Celtic Spirituality: Celtic sacred life of hospitality in community
“I sought my God;
My God I could not see.
I sought my soul
My soul eluded me.
I sought my brother
And I found all three.”
In the tradition of Celtic hospitality, God is not only present in Nature but also in our neighbor, in ourselves, and especially in the stranger. This is a sacredness in relationships. I am told there is no word in the Irish language for private property. Faith is lived in community with a combination of periodic seclusion and community and mission. Anamchara or soul friends or spiritual friends or spiritual directors are important relationships. Women are regarded as equals and communities are not hierarchical. Monasteries rather than parishes are the basis of the church. The Celts value education, art and music.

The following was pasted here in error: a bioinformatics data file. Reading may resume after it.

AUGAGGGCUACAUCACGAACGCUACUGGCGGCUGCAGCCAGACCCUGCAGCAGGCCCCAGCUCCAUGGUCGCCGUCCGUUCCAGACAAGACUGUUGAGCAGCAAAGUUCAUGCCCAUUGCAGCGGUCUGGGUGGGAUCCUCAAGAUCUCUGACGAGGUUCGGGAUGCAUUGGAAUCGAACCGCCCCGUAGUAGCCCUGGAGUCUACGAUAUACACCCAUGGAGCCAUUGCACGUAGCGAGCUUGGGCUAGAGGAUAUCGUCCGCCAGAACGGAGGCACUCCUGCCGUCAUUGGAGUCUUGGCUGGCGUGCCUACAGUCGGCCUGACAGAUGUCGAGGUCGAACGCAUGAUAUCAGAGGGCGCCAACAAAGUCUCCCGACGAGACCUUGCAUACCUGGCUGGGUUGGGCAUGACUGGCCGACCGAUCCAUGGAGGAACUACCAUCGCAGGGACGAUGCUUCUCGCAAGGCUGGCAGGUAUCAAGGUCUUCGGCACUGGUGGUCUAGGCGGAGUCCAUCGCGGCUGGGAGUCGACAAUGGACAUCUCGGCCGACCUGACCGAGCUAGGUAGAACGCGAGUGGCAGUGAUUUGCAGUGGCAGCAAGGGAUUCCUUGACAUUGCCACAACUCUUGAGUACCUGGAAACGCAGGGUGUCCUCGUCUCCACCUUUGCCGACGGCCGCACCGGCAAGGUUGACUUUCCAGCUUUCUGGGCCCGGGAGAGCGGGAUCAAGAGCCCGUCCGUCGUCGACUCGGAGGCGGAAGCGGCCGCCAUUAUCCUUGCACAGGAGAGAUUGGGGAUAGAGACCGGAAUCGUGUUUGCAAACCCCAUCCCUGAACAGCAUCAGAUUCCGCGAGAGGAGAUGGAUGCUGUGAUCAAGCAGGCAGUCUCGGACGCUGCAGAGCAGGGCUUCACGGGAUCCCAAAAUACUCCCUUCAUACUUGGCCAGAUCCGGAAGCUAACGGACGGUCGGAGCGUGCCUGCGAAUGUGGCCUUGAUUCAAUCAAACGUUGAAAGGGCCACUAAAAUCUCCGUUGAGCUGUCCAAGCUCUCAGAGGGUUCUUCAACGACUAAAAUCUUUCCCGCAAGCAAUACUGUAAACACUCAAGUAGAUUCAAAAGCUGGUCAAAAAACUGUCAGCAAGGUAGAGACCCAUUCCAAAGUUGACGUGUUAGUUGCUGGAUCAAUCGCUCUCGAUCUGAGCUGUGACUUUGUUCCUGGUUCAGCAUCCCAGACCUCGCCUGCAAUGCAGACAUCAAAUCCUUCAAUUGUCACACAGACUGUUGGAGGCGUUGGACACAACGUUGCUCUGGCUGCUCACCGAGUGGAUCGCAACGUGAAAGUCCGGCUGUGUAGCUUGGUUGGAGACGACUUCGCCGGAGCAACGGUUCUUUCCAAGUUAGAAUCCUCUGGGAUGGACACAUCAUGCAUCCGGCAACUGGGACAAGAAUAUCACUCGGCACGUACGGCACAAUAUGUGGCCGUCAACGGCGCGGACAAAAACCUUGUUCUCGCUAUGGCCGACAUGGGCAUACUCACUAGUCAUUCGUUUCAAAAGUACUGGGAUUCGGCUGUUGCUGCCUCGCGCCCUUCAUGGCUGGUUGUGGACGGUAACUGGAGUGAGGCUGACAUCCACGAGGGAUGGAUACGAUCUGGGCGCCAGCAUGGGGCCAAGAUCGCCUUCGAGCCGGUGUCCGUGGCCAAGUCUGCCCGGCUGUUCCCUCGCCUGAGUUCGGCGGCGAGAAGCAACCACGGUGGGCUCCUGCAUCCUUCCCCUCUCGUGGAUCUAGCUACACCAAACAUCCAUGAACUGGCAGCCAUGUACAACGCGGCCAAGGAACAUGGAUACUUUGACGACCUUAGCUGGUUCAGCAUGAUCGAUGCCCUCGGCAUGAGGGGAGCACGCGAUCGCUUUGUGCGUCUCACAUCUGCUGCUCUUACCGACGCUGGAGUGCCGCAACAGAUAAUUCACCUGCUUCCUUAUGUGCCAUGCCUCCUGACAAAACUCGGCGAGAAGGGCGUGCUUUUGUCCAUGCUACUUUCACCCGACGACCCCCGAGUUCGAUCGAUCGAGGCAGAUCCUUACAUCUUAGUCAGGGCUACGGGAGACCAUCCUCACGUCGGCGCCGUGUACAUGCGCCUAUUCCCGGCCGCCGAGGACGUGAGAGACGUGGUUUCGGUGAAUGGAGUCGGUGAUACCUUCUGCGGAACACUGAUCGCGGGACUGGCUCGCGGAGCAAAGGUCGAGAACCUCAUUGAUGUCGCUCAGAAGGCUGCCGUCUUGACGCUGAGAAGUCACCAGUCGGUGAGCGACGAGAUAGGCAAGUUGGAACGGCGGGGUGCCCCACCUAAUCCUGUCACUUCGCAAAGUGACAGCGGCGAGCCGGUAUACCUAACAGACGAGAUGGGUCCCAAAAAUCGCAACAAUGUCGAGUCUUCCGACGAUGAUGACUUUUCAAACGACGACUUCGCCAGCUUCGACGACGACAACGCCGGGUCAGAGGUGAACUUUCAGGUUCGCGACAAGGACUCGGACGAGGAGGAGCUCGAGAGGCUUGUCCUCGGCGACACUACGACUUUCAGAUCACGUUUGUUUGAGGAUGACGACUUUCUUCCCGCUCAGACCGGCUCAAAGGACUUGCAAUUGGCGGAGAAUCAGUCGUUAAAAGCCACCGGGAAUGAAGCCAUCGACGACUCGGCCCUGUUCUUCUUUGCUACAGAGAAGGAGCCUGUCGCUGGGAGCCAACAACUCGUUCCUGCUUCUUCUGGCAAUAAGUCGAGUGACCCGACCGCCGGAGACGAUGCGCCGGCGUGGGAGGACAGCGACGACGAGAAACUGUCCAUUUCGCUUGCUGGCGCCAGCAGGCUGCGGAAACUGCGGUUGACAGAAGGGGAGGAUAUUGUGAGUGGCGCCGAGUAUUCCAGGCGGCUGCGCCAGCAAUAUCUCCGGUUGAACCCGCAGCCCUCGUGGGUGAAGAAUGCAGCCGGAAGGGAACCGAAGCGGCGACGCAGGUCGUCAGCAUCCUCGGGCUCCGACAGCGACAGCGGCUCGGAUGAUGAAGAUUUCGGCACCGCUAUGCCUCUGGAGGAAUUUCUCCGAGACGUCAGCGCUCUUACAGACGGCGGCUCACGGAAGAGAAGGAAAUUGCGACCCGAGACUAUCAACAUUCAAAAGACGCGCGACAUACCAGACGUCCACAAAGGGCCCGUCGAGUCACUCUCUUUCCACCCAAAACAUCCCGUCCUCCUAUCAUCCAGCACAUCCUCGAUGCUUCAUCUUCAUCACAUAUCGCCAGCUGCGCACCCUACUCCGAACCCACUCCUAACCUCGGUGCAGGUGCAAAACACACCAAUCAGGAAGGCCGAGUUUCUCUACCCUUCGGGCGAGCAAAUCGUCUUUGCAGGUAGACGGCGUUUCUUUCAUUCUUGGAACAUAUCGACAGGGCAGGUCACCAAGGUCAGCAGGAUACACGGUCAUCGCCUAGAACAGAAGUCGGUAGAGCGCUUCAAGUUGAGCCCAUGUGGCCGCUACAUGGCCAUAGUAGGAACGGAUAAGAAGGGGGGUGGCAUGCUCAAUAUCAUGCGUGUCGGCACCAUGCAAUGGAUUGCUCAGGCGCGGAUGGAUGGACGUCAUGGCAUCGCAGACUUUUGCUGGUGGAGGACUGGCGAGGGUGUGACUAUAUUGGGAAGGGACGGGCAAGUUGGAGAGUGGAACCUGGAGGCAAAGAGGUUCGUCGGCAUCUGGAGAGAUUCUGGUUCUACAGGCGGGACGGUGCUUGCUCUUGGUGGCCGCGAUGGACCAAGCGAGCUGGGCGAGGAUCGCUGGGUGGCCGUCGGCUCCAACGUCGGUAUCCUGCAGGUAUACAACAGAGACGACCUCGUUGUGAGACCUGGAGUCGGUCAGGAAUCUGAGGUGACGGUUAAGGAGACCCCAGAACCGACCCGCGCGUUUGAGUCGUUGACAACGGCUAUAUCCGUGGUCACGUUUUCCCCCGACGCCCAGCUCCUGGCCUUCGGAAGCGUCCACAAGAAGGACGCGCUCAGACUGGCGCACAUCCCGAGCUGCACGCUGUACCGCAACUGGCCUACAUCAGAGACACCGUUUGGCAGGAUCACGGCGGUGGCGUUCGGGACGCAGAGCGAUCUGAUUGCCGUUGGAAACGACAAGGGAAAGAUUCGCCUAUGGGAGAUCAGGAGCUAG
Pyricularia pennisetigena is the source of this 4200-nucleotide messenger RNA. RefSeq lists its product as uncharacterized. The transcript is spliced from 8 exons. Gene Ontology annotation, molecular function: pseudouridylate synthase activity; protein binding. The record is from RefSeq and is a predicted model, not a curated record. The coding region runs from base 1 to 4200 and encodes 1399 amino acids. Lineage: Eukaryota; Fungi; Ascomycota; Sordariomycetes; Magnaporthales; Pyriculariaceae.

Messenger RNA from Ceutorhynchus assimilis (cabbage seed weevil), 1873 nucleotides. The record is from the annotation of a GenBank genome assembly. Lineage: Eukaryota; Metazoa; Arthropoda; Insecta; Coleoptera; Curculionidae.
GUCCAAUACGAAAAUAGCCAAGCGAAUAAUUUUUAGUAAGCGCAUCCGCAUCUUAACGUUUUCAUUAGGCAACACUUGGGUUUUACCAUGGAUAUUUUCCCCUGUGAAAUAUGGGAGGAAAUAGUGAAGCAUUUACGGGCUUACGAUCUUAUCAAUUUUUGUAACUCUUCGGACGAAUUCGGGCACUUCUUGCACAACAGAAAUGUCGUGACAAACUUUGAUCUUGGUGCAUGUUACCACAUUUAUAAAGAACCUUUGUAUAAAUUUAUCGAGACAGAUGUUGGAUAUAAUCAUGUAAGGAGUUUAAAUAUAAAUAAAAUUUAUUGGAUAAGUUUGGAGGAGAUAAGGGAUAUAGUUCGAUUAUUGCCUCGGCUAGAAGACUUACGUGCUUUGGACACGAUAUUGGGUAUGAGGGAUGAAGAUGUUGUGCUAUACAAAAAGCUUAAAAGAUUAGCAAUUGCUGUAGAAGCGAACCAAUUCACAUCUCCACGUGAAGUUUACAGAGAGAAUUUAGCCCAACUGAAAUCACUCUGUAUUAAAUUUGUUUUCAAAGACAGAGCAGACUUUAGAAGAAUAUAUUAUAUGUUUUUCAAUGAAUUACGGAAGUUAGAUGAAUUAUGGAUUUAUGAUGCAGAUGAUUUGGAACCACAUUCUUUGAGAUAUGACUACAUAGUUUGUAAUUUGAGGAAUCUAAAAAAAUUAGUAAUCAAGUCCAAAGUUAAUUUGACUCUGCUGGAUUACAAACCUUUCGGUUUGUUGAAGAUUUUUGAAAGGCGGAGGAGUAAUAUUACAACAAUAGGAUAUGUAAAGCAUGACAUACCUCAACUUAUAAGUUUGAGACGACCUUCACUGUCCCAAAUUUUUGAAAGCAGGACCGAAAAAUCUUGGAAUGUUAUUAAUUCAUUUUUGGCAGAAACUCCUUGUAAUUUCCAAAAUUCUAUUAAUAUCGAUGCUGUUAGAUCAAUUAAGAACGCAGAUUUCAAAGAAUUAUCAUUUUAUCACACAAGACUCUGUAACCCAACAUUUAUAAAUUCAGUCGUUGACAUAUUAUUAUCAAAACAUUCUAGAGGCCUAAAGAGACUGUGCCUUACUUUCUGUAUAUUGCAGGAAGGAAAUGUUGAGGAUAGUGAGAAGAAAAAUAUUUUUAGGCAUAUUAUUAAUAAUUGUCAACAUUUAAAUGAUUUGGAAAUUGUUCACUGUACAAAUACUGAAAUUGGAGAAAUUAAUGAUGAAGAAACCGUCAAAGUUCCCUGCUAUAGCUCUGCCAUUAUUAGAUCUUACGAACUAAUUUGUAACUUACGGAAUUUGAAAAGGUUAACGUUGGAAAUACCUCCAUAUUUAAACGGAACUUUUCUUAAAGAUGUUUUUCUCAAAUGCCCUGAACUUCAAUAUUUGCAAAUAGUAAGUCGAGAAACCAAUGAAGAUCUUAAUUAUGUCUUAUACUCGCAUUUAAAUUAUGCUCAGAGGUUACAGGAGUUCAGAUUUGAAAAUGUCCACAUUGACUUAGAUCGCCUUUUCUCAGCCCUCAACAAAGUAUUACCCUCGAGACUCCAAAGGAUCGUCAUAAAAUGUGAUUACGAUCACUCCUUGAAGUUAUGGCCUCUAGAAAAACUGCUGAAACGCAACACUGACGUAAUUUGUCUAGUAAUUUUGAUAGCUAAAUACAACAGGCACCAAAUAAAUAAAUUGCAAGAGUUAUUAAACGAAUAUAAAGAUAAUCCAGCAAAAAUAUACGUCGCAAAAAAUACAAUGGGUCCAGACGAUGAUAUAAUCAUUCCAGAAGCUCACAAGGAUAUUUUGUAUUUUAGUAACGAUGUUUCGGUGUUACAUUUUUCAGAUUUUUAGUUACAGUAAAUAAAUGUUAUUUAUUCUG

We made a trip to Iona off the western coast of Scotland twice and would go back again in a heartbeat. You really do have to want to go there, though, going by ferry, down a one lane winding road, and finally walking over on a ferry onto the small, three-mile-long island in the Inner Hebrides where Columba brought Celtic Christianity to England in 563. This is where the breathtaking illuminated manuscripts of The Book of Kells are believed to have begun to be written at the end of the 8th century. Iona is believed to be an especially “thin” space where the membrane between the spiritual and the secular is extremely thin. This was our experience as well. You walk a lot, eat good food, worship outdoors and in the ancient abbey and in a decaying nunnery, listen to the wind and waves, study high crosses, wear warm clothing and watch the sea change the color of the 2,000 million-year-old rocks by the shoreline.
I often meet with spiritual friends who describe what is Celtic Spirituality when they have no name for it. This seems to be a sign of the universality of this type of spirituality.
Philip Newell, Celtic Benediction
John Miriam Jones, With an Eagle’s Eye